But then a curious thing happened – we noticed that he would play with Haunter outside, but only if no one was looking. If Spill saw anyone observing his play, he would immediately go back to ignoring Haunter. Funny little guy.
He was always kind of a nervous dog, furiously moving his legs on wooden floors like Fred Flintstone trying to run, slowly gaining momentum. When we moved into our current home, Spill was stuck running around on wooden floors and wooden stairs. He would have to nerve himself to charge up the stairs, sometimes tripping and falling backward as he clawed his way to the top. Often there would be a terrible racket as he scrambled up, missing steps and pumping his legs. He didn’t seem to realize it was okay to take it slow and sure-footed. We put carpet stair thingies down just for him.
When we got our daughter’s puppy, poor Mr. Spill had yet another hurdle to get up the stairs: the puppy would wait at the top and ambush Spill as he came up, barking and playing and blocking his way. This was a nightly headache for Spill, as the puppy harassed him for almost two years as he clawed his way to the top. He seemed to learn to ignore it, or at least nerve himself for it before he began his mad scramble.
Spill could roll over, play dead, speak, give you a high five, and catch popcorn… at least he would catch it until one day when he missed a Frisbee that hit him in the nose. After that, he wouldn’t try to catch anything.
For the last few years of his life, he would get up and go outside, get his canned food, lay around on the couch or easy chair, go upstairs, then go to bed in my son’s room. Sometime during the night, he’d come into our room and sleep on his own little bed.
We buried him on a hill, lying in his bed.
Goodnight Mr. Spill, wherever you are.
I was recently asked a question that was, essentially, “What is your perfect job?” What is my passion? After a few moments of thought, I knew exactly what to say.
I’m passionate, work-wise, about three things: two of them I’ve always loved, the third has come about only in the past few years (see Transformation). They are related to each other, but separable in terms of job responsibilities and opportunities.
When I was in eighth grade, living in Reno, I had a friend at school – I don’t even remember his name. But his dad owned some 7/11 stores, and he used a Radio Shack TRS-80 to help him manage them. It was my first glimpse of a “personal computer”. I asked how it worked, and he showed me a “code listing” – lines and lines of BASIC. I could even recognize some of the words! I played Dancing Demon on it and started trying to figure out how to get one of those things.
After working a while as a dishwasher, I managed to save enough to buy a Model I Level II 16K TRS-80 for about $700. I was about to turn 15. I spent many nights and weekends in a scary attic space workroom typing in lines of code from SoftSide magazine and learning how to debug my typing errors using just a language reference manual. Fun stuff!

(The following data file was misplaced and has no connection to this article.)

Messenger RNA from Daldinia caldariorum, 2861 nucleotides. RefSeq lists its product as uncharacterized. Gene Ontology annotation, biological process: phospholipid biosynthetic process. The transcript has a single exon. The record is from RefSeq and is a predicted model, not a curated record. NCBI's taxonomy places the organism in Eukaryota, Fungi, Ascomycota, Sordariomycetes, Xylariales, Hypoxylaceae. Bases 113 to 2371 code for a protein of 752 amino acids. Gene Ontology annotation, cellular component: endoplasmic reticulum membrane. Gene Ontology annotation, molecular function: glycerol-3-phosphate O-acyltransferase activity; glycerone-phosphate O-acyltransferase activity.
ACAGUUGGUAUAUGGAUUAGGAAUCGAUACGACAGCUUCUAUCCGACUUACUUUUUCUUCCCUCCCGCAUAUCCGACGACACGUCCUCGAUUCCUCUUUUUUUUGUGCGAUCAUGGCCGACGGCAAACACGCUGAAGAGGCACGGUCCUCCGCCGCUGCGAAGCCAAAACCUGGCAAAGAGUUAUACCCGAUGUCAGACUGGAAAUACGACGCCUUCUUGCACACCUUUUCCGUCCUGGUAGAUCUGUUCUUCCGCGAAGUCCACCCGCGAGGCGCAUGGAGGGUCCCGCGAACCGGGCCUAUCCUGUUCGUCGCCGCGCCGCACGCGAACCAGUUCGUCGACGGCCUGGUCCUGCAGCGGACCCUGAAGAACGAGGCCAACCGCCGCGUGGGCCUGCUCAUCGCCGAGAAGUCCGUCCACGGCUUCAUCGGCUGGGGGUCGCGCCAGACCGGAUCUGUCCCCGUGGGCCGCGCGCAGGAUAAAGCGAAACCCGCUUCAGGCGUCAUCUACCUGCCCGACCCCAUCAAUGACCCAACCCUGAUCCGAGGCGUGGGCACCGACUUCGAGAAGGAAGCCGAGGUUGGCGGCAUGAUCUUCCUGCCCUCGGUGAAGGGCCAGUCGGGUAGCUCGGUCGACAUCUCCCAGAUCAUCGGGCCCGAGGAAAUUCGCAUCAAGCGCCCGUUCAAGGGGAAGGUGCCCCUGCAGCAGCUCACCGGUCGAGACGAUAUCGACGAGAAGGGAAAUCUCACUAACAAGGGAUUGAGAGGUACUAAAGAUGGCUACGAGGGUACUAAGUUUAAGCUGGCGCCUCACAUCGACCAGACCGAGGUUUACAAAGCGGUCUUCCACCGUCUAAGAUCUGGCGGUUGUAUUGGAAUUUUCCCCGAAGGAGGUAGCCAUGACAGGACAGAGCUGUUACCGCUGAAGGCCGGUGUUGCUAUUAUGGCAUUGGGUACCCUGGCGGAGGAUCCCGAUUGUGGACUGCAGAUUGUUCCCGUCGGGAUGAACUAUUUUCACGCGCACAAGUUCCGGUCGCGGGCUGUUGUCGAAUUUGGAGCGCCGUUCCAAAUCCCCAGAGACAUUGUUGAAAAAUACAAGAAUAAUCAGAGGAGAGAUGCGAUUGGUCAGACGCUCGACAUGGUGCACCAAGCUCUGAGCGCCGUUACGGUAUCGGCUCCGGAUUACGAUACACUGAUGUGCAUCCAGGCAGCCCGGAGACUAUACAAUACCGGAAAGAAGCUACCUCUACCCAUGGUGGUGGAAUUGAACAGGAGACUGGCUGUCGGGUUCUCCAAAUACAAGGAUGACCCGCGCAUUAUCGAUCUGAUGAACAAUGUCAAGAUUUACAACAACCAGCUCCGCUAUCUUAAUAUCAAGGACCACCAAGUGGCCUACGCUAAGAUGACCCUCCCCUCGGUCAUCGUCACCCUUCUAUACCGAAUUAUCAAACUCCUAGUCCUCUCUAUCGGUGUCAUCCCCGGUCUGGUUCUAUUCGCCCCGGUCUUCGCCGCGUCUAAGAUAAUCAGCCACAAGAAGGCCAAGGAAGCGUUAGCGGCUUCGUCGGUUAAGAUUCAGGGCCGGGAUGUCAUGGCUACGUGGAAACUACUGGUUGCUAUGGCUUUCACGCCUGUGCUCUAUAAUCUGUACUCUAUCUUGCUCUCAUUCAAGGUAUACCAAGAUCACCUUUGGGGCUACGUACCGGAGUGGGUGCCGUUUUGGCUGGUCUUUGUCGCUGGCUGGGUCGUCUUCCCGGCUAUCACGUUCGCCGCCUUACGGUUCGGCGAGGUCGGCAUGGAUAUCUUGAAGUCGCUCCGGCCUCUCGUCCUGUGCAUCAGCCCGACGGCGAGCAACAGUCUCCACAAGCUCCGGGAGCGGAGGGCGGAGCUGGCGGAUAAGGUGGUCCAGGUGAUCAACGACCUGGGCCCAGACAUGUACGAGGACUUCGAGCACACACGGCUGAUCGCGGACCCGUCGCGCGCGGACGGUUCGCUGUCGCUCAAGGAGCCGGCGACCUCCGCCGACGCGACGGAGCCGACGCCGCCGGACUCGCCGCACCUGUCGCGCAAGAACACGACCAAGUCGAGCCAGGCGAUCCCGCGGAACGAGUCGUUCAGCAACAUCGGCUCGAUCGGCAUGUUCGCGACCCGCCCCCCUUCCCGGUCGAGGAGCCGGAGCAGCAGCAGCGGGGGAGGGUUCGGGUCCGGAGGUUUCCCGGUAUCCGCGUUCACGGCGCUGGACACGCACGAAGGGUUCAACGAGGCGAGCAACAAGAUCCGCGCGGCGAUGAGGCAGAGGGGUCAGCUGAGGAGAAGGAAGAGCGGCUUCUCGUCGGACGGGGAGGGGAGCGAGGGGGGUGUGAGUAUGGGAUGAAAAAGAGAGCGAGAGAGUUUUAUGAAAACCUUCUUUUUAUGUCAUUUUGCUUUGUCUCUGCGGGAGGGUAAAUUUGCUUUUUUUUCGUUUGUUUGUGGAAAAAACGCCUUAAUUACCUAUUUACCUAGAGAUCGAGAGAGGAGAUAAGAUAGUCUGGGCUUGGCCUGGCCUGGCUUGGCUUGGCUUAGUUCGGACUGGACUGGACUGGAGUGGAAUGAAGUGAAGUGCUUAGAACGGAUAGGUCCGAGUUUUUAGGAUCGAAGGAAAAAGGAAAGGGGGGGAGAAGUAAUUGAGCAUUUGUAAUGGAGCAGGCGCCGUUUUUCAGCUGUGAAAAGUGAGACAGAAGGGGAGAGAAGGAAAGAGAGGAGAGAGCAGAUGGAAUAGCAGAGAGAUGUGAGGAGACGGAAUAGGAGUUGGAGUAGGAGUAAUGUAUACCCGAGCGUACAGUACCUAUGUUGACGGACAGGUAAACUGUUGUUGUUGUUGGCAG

My first passion reared its head when I was 17, working at a skating rink. I became an assistant manager and started calculating payroll for the employees. I used a rate chart and a calculator, and it took me about 4 hours to do the twenty or so employee time cards every week. With a couple of years programming under my belt, I just knew I could create something on the computer to do this payroll thing for me! It took me a couple of weeks, but I wrote my first computer program that solved a customer’s pain. Including unpacking the computer, running the program with its nice summary printouts, and packing the computer back up, my payroll time was cut in half to just two hours. My first passion is simply:
Solving Customer Pains
I like to visit customers, talk to them, discover ways in which I can help them work better, faster, easier, whatever-er. This is why I created QuickBooks Keyword Search. It’s why I took on consulting jobs like my first paying gig for Plaza Diagnostics. That one took a 2+ week billing cycle for a medical diagnostics firm down to 1 night. From a “hand the papers off to a data processing company running a PDP-11″ to “enter the night’s stuff into a T1000″ and bill the next day! I interviewed that customer, understood his process, turned it into a program that saved him thousands of dollars. And learned to value my time more – I only charged $90 for that program.(!!!!!)
Today, this translates into visiting customers, talking to them, seeing their work, seeing them work, discovering new ways to help. You know I’m visiting customers if I’m applying for patents! There are always new ideas out there.
My second passion is all about playing around. I like to play with new languages, new platforms, new types of customers, new technologies. When I was coding in BASIC and Z-80 Assembly, I was part of Fidonet, answering questions and creating samples for people. When Windows came around, I wrote VB samples (see BlackBeltVB.com) and helped folks.
When I was stuck on version 12 or so of the accounting system our team created, I thought I’d go bonkers. I asked my boss if I could write articles for magazines, create some shareware, have some fun!! He told me, “Sure, as long as it is non-competitive with our software.” So I wrote maybe 20 or so articles, several shareware applications – one of them highly successful, and dozens and dozens of sample applications… just fiddling around with functionality and learning new things. I created a 3D rotation and transform wireframe app (it’s on the bbvb site). I tried my hand at games, at network communications tools. I even wrote my own HTML web browser!
Nowadays I still experiment with every language and new technology that comes down the pike. In one week last year, I remember that I coded in: 1) Groovy, 2) VB6, 3) Java, 4) PHP, and 5) Objective C. Groovy was for an app at work, VB6 was a quick and dirty card printer, Java and Objective C were for a Droid phone and iPad respectively, and PHP was the app that worked somewhat with the VB6 thing. I latched onto Smartphones when they first appeared, creating Palm apps and even a floating point emulator in C (of sorts – really it was just a very large integer math library) for the early Blackberries. I can’t help myself… I see an RFID reader for $39.95… wow!! Gotta have it and play with it. Cameras and GPS and motion sensors, big touchscreens… I even bypassed a UPS power switch and wired it to a phone-controlled radio transmitter relay system for remote power cycling of a computer and network switch. All that to state my second passion: